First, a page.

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  1. I just wanted to add in my praise for this remarkable book. Reading it definitely wasn't easy, but it was like (some) poetry -- you can't always put into concise sentences what the poet meant, but you do understand, somewhere inside. And the prose is beautiful. "So spake Scrotes, and having spoke he smole a smile and home to raven regions lonely stole." Sigh. dcorvus
  2. God Damn It I. No one says it anymore, no one With all the necessary zest? Like GOD DAMN IT, all three at once, All three to grab then punch then fuck The living daylights out of air, Or sunlight, or passing cars, or this Thing called life I need someone to say it, To me or let me hear it Because I can?t say it, I can?t. It?s Only damn it for me, only damn it II. To the mirror, to these features I know So fucking well. I want to yell, scream at it, Cry and claw the smoothness With my fingernails, he won?t even flinch. Bet he won?t be there if I punch him Crack that glass? Le
  3. OUROBOROS QUESTION dcorvus God is dead ? Nietzsche Nietzsche is dead ? God And so the question runs around its head, To slink down years and prowl from mind to mind. What rage to thinkers young and old you fed And bade them peel the everlasting rind! Now fallen unto me; I saw you from Afar. No tragic thinker will I be, Who sought the wise but played in end the dumb When tangled in your mired philosophy. It had been said by Socrates that there Must be an absolute, and therefore you Must hence exist to guide with hemlock fare The soul down paths both beautiful and true; And our R
  4. Hey, I was browsing the forums and I thought that there definitely wasn't enough activity going on here. So I decided to toss in a few topics that I thought would be interesting; feel free, forum masters, to split this into different threads if the need arises. 1. Pet Peeves. This is a fun one. What makes you slam the 'back' key on your keyboard as fast as you can? What ruins a story in the space of a phrase? Basically, what do you really hate to see in writing? Is it terrible grammar? Cliches? Cheesy names? 2. The Power of the Heart. It is a truth universally acknowledged that we love roma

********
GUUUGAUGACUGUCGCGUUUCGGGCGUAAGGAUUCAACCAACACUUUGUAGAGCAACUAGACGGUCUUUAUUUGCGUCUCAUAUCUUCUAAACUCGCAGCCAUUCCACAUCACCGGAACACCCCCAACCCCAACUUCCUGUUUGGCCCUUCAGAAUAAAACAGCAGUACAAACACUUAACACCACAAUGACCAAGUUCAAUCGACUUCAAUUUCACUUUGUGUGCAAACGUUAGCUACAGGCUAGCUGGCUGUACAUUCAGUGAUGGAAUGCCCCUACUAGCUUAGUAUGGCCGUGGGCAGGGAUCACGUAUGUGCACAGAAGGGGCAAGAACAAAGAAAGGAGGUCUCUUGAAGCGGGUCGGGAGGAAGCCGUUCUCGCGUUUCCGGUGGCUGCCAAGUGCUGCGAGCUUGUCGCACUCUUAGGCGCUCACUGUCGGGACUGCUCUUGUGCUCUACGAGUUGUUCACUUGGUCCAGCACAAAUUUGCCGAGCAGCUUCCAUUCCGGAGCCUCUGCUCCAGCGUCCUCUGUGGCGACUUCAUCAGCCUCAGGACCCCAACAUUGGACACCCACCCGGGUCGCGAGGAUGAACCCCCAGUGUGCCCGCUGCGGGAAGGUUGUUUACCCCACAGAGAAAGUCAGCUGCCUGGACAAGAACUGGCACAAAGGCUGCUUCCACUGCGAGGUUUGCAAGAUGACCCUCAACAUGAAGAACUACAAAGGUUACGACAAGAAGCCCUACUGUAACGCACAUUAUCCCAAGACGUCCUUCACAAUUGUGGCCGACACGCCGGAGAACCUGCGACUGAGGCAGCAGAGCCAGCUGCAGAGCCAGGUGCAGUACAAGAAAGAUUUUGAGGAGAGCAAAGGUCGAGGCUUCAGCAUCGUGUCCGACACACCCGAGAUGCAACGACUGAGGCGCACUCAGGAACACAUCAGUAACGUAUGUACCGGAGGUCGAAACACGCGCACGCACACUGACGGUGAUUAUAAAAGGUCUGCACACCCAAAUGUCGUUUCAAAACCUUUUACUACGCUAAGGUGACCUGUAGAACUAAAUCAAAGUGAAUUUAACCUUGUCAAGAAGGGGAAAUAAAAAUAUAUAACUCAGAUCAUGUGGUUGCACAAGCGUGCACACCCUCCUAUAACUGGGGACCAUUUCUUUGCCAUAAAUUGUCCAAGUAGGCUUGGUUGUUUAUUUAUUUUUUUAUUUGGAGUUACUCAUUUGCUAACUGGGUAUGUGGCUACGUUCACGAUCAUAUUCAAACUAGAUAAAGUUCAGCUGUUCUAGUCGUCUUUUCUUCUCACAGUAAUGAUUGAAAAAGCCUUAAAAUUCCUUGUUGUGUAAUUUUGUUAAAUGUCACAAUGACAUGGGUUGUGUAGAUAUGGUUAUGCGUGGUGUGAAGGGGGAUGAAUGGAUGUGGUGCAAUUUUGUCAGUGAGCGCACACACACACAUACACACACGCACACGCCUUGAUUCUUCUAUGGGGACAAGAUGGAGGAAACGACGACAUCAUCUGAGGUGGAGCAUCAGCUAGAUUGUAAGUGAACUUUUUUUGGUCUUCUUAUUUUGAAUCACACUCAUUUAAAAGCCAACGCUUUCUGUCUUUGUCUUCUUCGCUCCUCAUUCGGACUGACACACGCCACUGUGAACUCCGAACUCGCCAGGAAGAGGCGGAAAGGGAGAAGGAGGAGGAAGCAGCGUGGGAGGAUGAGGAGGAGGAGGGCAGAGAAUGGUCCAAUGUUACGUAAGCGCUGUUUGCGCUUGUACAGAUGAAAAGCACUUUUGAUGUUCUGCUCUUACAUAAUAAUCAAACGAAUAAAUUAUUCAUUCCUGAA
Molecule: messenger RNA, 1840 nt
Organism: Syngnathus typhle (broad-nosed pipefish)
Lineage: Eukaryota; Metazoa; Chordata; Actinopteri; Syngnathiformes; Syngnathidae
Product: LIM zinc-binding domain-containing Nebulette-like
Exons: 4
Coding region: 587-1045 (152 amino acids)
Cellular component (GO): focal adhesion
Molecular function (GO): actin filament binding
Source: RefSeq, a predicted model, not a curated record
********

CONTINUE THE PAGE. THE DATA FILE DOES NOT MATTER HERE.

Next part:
5. Aww, this is nice. It's not obscurely profound or deeply symbolic, but it's more than enjoyable; and the use of repetition is effective and powerful. But I think that the middle stanza is a bit extraneous; in conjunction with the last stanza, it sort of sounds like you're abandoning your parents for your partner. Nice work, dcorvus
  6. Last Wish Fool me once, shame on you; Fool me twice, shame on me. Winter creeps through walls and floors And sends it frosty fingers over windows, over skin; It hardens earth where flowers bloomed, And freezes bark of trees That once were wreathed in leafy boughs And murmured to the rhythm of my heart. Before the snows had touched my soul, I lived in green Arcadia, Where future sprawled as avenues Of sated days and half-mad nights. The course of true love never did run smooth, But in chase and destination was promised Our warm, eternal summer. Fall could be shuttered by these l
  7. This is my response to Yeats's "Leda and the Swan." Less a response, really, and more of a... er... imitation, I suppose. But those of you into Greek mythology will know that Zeus, as a swan, managed to copulate with Leda, the queen of Sparta; the resulting brood included Clytemnestra and Helen of Troy. You might also know about the story of Ganymede and Zeus, wherein Zeus became infatuated with a beautiful Trojan boy, swooped down as an eagle, and brought him up as the cup-bearer of the gods. It's a manifestation of "the unspeakable vice of the Greeks." This is really only an idea I put rathe
  8. Wow, it looks really awesome. The graphics are really cool, the bios look excellent, and it's easy to get around. I have only one nitpick: that on the 'poems' page, the graphic seems to be attributing that bit of 'Stolen Child' to Nicholas Nurse, when it should be to W.B. Yeats. *cough* Is one a hypocrite for needling others' mistakes while totally not noticing one's own? dcorvus